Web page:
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<form action="" method="">
<input name="title" type="text" maxlength="256" value="daniel"/>
<input name="description" type="text" maxlength="512" value="awesome"/>
</form>

JavaScript:

function resize(elem){
if(!elem.value.length) elem.size=1;
else elem.size=elem.value.length;
}


var elem=document.getElementsByTagName('input');
for(i in elem){
elem[i].addEventListener('keyup', function(){resize(this);}, false);
resize(elem[i]);
}

CSS:

input{
display:block;
font-size:12px;
}

all of this is working, but i am not quite satisfied. as you can see actual text representation is quite smaller than text field boundaries. this is pronounced as text gets longer. is there any css trick to minimize this offset?

you can check example page HERE

many thanks!

share|improve this question
1  
I wouldn't say that it's all working. Try holding down a letter. Or, try putting in w lots of times (pressing and releasing the letter each time). – thirtydot Mar 18 '11 at 23:36
    
;) nice one dude – daniel.tosaba Mar 18 '11 at 23:45
up vote 1 down vote accepted

Example solution: http://jsfiddle.net/7Ubch/

The size attribute is unfortunately rather imprecise; it makes more sense to set the width of the element via the style property.

Here's an example of a method that uses a hidden pre element with the same font as the input element to provide a more accurate width. I've used the keydown event as well as keyup because the former fires on each key repeat. Using a pre element means that multiple space characters are not collapsed.

(Of course, I dove straight into the code, but I just thought to search and someone wrote a simple jQuery plugin that does the same job as this. I've stuck to plain old DOM methods, but it might be useful if you go down that route in the future.)

share|improve this answer
    
Hmm, actually, I like TJ's method of using setTimeout, which gets around the problem of e.g. deleting the whole field. I think he gets the cookie this time! If you don't want to use jQuery, the offsetWidth property is fairly well supported, and I suggest you try my approach of using a pre element instead of a span. (Remember to add display: inline; to the resizer element CSS if you do.) – Jordan Gray Mar 19 '11 at 0:41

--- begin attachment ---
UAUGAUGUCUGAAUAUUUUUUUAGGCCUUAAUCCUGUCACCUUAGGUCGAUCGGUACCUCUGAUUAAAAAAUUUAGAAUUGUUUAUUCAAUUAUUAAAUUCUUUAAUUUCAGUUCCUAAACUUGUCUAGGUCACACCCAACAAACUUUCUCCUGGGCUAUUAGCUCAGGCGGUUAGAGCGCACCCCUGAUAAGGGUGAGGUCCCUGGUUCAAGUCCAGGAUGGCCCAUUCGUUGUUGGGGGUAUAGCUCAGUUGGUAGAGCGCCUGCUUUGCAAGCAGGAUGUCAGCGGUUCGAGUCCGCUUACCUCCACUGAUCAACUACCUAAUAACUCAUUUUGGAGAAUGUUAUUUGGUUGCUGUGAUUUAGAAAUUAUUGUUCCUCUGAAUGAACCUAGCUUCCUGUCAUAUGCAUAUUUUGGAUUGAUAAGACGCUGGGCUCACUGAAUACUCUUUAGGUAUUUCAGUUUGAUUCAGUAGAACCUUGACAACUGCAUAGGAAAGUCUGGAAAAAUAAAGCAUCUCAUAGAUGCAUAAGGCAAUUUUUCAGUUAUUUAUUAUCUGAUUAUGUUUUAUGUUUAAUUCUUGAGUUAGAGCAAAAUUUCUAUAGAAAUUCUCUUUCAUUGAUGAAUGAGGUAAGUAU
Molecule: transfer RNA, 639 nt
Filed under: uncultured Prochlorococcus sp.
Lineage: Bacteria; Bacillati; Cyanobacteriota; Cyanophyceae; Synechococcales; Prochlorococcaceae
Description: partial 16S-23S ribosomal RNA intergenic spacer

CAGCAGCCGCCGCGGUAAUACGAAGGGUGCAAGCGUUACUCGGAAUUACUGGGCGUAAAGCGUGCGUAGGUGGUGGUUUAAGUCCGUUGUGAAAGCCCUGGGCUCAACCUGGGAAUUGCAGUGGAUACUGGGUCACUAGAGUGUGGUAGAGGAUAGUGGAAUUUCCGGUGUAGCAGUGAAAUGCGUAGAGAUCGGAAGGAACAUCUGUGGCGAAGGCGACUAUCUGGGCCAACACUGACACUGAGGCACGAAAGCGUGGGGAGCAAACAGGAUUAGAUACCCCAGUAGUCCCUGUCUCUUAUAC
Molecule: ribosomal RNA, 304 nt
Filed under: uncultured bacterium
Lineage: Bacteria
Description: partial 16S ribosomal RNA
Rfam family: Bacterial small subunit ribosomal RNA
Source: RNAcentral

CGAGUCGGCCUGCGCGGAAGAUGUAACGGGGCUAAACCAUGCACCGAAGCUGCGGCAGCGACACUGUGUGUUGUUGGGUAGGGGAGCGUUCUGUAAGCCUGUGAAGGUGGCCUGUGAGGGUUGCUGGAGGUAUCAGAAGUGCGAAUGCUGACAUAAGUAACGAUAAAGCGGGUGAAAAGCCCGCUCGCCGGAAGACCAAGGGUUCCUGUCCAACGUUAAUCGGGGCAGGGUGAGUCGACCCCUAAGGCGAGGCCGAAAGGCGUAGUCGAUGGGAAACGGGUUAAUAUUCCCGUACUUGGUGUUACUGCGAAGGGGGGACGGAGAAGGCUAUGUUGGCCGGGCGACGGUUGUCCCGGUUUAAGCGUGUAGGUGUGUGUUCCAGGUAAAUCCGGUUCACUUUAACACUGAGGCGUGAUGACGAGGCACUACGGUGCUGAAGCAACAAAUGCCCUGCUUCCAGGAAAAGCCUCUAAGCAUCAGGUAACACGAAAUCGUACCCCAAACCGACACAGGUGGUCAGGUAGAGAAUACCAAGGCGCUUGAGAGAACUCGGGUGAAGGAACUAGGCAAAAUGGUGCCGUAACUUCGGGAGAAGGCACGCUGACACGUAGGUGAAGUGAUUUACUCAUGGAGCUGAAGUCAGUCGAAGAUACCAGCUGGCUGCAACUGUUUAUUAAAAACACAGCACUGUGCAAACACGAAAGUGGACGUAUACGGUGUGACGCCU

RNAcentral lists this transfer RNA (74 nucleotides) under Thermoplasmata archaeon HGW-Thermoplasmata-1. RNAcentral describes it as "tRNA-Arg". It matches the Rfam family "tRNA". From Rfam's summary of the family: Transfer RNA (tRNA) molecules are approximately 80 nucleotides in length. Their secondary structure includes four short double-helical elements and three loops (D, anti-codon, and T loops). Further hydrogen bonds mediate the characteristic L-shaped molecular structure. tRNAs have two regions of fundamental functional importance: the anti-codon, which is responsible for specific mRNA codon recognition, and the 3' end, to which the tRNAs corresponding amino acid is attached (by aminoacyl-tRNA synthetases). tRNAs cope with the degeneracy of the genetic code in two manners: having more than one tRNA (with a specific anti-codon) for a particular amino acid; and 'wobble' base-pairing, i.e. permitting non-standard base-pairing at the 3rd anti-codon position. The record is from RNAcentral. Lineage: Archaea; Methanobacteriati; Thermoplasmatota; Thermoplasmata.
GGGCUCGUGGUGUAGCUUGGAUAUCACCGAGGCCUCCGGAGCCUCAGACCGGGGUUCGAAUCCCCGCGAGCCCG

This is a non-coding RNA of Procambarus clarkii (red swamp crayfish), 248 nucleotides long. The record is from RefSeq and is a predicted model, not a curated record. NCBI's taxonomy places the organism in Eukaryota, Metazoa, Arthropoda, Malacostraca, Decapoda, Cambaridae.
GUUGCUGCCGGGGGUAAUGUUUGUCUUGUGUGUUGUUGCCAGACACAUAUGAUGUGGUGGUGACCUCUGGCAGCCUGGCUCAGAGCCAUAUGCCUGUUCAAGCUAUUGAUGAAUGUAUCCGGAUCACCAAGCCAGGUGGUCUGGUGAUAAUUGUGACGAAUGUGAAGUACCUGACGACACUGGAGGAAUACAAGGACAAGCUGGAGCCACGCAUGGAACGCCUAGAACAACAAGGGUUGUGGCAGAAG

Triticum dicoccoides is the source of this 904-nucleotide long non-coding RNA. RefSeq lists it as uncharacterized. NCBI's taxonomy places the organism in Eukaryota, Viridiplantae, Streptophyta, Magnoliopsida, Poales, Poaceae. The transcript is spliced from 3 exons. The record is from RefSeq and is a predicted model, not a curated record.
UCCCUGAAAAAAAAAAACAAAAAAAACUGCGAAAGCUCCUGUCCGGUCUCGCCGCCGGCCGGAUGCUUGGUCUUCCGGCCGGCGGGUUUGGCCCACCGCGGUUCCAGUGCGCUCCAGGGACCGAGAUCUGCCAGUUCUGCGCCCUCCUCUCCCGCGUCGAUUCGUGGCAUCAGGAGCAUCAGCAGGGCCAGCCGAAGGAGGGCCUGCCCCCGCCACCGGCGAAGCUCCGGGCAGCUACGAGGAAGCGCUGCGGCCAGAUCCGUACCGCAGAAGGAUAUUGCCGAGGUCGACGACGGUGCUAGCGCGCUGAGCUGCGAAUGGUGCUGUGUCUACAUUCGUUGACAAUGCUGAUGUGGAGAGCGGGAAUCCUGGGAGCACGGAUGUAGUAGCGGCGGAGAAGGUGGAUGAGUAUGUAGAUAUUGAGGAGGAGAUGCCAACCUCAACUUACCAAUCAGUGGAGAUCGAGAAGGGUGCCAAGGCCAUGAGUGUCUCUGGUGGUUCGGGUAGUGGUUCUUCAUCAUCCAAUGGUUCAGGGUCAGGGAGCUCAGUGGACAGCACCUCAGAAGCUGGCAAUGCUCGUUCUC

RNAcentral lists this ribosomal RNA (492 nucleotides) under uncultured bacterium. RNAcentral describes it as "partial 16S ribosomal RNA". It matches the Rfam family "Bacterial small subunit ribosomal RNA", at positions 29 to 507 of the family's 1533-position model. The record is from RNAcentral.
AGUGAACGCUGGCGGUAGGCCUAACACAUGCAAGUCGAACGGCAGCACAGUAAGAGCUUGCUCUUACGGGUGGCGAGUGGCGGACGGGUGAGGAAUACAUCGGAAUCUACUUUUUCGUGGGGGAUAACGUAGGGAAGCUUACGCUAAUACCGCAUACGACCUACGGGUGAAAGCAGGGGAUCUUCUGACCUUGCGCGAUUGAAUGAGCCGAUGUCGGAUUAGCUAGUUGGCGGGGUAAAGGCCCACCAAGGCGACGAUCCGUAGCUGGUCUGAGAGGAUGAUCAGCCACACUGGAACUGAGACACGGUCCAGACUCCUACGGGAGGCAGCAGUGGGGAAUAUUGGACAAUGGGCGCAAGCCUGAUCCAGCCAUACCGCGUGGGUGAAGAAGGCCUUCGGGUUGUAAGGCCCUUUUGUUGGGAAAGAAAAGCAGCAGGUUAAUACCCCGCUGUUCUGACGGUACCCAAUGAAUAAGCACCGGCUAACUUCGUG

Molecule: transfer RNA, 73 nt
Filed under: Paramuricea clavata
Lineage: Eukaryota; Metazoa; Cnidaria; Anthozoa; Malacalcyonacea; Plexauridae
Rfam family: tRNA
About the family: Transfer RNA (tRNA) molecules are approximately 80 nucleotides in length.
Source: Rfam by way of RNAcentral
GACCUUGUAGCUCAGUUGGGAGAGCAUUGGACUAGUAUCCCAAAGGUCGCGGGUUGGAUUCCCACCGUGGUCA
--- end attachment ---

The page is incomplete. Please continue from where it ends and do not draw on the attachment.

that is one very nice example. many thanks, it improved my view on possible code structure too. i haven't known that you can write code like that: var something={label: value, ...} if you could also refer me to documentation that covers this in more details would be awesome. many thanks – daniel.tosaba Mar 19 '11 at 12:01
    
i have found it. i was not aware of object initializer's existence – daniel.tosaba Mar 19 '11 at 12:50
    
Glad you found it! I'm using it as a very rough-and-ready sort of namespacing, since test is quite a generic name for a function and there could be a collision; however, you might also want to check out playing nice with anonymous functions, which libraries like jQuery use to "hide" their code. The notation I just used is susceptible to issues to do with scope that will cause you all manner of pain and heartache in due course! – Jordan Gray Mar 20 '11 at 1:05

If you use a proportional font, the size of the field is always only going to be approximately correct when given in fixed units like the size attribute (or CSS's em units). You could mitigate this by making the font of the input monospaced, but that's obviously got some downsides.

The only solution I'm aware of for doing this to a high level of quality involves an off-screen element (a span is good) that's allowed to grow automatically, and then mapping the size of that div onto the size of the element.


Update: Here's an example: http://jsfiddle.net/zUBar/5/ Apologies, I don't do computed widths manually, so I've added jQuery into the mix for the purposes of the example. If you don't use jQuery, you should be able to use the features of the library you do use (or getComputedStyle or similar) to get the same information, which is the resulting width of the off-screen span. Things of note:

  • You need to give the browser a moment to resize the span, hence the setTimeout
  • The span is off to the far left of the page, which prevents scrollbars from appearing unnecessarily
  • I've explicitly set the same font for the input and the span
share|improve this answer
    
setTimeout trick will be of much use. many thanks – daniel.tosaba Mar 19 '11 at 12:02

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